East To West on VIA Rail Canada's Canadian
Monday, June 17, 2002
Our VIA 1 car was the last car on the trainset from Montreal to Toronto. Arriving into the Toronto station before noon gave everyone ample time to get to their hotel (or wherever they were going in the Toronto area). Toronto happens to be the home of Andrew MacIntosh, TrainWeb's number 1 railfan! The only thing that I do not like at the Toronto station is that one has to carry their luggage downstairs after one disembarks the train. A person with heavy luggage has a difficult time lugging their suitcases down those steps. Also, they could use a larger first class lounge for a city that large. With the tour groups that sometimes show up, it can be quite tight for room.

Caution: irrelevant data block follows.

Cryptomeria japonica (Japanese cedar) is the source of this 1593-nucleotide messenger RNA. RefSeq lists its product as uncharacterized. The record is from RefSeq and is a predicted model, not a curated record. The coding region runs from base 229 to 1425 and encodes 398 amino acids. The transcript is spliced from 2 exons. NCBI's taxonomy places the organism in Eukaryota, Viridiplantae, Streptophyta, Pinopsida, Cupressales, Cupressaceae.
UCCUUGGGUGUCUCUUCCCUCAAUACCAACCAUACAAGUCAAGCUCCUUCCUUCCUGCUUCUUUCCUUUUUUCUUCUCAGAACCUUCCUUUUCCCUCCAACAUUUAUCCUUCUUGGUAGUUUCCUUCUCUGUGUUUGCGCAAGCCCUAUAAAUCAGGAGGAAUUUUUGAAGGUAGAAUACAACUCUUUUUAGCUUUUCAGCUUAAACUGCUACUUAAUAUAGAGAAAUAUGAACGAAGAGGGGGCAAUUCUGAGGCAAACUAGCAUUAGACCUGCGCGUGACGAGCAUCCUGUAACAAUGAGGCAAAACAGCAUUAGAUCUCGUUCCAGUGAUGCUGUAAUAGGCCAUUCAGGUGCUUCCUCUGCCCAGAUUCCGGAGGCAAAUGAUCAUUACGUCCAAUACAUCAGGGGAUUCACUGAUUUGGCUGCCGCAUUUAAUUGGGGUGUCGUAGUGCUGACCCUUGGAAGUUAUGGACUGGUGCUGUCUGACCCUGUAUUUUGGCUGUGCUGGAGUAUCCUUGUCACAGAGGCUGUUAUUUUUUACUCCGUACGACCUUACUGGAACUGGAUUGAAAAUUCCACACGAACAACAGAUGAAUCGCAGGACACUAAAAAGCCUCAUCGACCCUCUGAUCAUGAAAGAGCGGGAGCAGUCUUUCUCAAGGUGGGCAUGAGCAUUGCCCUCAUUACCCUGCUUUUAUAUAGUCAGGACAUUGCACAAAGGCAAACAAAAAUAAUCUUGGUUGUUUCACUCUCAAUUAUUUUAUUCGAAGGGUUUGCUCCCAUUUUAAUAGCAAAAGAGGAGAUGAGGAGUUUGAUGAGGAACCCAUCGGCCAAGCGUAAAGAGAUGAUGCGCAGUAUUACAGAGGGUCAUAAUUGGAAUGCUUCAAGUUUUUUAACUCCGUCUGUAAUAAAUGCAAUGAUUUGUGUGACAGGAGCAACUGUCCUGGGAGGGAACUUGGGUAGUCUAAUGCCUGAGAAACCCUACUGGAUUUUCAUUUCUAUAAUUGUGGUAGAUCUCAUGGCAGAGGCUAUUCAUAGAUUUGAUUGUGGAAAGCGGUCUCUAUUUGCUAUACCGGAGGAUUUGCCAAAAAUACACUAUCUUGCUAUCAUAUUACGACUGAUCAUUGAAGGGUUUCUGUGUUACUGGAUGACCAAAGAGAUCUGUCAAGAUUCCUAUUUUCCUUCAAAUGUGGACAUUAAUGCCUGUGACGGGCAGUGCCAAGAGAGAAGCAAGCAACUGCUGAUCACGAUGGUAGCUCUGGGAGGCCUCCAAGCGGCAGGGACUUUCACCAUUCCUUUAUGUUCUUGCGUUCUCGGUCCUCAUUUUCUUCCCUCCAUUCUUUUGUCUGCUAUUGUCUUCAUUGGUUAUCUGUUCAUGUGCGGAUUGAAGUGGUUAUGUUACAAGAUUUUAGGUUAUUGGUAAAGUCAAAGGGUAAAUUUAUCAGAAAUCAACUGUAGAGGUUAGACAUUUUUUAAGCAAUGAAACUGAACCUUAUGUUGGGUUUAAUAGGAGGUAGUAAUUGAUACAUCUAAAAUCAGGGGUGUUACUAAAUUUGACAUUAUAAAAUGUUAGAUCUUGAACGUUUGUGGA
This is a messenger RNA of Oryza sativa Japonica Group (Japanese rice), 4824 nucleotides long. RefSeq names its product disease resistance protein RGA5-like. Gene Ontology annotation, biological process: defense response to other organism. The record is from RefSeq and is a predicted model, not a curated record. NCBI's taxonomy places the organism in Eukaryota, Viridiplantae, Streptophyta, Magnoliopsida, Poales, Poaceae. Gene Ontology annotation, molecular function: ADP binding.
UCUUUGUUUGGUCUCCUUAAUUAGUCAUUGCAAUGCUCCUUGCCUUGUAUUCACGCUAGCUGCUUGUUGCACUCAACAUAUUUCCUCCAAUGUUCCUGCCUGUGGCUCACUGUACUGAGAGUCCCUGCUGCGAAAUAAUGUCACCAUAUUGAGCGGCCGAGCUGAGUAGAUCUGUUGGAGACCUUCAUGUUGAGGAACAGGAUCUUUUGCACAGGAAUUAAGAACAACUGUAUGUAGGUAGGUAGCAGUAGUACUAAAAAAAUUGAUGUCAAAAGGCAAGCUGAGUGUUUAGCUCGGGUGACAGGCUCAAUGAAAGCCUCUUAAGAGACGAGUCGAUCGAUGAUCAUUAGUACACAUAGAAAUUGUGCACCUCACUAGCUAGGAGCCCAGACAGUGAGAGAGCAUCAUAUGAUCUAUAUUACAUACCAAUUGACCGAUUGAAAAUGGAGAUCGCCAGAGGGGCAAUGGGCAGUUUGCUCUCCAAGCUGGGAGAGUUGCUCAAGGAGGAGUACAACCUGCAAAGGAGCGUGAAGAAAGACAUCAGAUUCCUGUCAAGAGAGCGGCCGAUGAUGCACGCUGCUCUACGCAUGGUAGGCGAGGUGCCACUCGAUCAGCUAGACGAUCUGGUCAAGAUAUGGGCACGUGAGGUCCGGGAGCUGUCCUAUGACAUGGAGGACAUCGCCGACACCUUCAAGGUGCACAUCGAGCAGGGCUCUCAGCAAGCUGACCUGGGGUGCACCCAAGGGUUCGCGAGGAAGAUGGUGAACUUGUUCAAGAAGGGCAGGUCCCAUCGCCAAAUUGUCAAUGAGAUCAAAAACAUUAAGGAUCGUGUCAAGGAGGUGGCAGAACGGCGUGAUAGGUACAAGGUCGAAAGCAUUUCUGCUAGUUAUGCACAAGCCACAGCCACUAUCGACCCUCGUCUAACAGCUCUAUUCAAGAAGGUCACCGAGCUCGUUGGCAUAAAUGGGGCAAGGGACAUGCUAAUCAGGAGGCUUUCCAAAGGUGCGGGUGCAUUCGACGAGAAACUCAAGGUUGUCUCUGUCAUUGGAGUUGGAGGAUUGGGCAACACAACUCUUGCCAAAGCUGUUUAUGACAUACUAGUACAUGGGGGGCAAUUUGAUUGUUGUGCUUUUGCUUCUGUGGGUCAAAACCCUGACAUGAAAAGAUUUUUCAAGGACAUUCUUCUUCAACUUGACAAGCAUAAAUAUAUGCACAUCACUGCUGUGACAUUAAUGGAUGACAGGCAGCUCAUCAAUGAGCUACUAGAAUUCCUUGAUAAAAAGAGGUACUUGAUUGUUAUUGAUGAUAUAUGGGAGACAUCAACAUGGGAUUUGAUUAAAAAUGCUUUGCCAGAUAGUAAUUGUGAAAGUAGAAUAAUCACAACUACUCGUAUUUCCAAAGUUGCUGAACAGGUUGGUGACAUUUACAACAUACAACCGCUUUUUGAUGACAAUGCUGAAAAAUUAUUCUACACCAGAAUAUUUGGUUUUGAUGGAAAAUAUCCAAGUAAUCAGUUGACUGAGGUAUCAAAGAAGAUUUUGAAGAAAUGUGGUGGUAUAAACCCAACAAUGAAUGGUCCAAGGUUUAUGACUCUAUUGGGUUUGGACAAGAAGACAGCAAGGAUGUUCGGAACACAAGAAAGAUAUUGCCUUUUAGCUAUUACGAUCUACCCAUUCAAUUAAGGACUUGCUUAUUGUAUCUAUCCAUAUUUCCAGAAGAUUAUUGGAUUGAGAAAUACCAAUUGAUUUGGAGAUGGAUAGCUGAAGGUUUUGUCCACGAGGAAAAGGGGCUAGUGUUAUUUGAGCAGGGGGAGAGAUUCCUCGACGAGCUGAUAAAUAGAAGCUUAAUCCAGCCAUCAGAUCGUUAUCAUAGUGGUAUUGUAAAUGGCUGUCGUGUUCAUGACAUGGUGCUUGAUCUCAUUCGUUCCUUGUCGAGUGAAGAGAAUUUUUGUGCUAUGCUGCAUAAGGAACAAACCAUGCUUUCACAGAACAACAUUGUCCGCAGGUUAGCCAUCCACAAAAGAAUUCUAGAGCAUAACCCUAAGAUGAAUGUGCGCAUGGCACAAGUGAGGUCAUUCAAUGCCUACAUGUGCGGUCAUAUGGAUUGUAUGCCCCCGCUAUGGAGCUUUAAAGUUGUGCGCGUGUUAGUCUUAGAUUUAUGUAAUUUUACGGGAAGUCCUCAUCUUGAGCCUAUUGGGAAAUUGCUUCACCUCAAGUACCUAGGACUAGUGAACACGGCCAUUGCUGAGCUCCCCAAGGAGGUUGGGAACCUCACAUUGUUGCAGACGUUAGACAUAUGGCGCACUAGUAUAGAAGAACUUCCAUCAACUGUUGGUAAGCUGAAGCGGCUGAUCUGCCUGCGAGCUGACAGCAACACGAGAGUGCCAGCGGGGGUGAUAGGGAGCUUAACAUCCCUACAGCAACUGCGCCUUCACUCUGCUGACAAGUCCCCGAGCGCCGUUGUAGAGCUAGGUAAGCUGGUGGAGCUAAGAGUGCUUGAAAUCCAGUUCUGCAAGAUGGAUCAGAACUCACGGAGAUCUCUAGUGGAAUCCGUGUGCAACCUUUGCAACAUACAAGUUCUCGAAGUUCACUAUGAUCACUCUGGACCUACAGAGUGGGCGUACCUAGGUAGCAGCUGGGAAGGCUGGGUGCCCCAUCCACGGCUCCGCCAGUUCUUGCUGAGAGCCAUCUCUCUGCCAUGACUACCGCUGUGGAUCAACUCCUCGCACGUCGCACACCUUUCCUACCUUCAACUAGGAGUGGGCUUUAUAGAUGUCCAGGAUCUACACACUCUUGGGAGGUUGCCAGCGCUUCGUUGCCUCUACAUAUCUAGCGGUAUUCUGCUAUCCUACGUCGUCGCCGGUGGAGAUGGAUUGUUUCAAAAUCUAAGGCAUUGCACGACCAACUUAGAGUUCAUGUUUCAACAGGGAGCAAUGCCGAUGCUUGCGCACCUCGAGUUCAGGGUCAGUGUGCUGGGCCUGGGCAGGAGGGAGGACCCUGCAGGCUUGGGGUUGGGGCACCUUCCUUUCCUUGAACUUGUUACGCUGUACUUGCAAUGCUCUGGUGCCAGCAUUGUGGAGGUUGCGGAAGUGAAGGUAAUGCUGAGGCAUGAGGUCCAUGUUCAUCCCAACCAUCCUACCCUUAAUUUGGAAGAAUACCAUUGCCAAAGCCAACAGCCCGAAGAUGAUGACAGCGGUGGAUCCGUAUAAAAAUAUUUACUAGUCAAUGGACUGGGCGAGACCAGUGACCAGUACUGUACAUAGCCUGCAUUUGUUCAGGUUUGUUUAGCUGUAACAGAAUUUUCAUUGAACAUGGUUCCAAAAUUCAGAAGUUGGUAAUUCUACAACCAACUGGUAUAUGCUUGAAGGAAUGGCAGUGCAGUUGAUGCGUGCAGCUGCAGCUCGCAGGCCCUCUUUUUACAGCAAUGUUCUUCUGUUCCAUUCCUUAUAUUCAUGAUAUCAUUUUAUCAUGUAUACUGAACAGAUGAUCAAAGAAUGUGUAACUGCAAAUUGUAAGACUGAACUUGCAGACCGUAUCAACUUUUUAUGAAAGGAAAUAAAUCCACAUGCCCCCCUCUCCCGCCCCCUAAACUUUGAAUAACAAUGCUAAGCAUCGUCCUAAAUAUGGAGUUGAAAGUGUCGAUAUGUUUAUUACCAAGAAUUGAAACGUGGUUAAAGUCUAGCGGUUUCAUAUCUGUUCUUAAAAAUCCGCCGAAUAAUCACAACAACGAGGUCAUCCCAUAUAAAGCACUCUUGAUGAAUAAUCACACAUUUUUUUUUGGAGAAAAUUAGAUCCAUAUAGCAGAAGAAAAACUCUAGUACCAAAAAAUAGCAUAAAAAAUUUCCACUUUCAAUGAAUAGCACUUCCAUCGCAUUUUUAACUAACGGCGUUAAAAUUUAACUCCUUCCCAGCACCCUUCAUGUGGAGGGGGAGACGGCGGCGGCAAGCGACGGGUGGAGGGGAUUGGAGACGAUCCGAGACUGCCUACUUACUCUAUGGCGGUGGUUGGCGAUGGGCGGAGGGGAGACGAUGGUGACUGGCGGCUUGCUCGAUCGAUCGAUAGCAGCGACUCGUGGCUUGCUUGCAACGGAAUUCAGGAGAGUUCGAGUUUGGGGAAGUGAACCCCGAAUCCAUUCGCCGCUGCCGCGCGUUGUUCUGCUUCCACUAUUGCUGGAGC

After checking into the Westin Hotel and putting my baggage into room 640, which overlooked the bay area, I went out to look for an Indian restaurant. The marvelous Toronto streetcars are right out front of the hotel so luck was with me. I headed for the Chinatown district and soon thereafter I found "Babur Fine Indian Cuisine." This Indian restaurant is at 273 Queen Street West, Toronto, Ontario, Canada (216) 599-7720. I was very happy that they had a buffet to offer the populace. The restaurant was not very large but was very clean and modern. The buffet had an excellent selection of great tasting food and all four of us were quite pleased. Two of the four had never had Indian food before.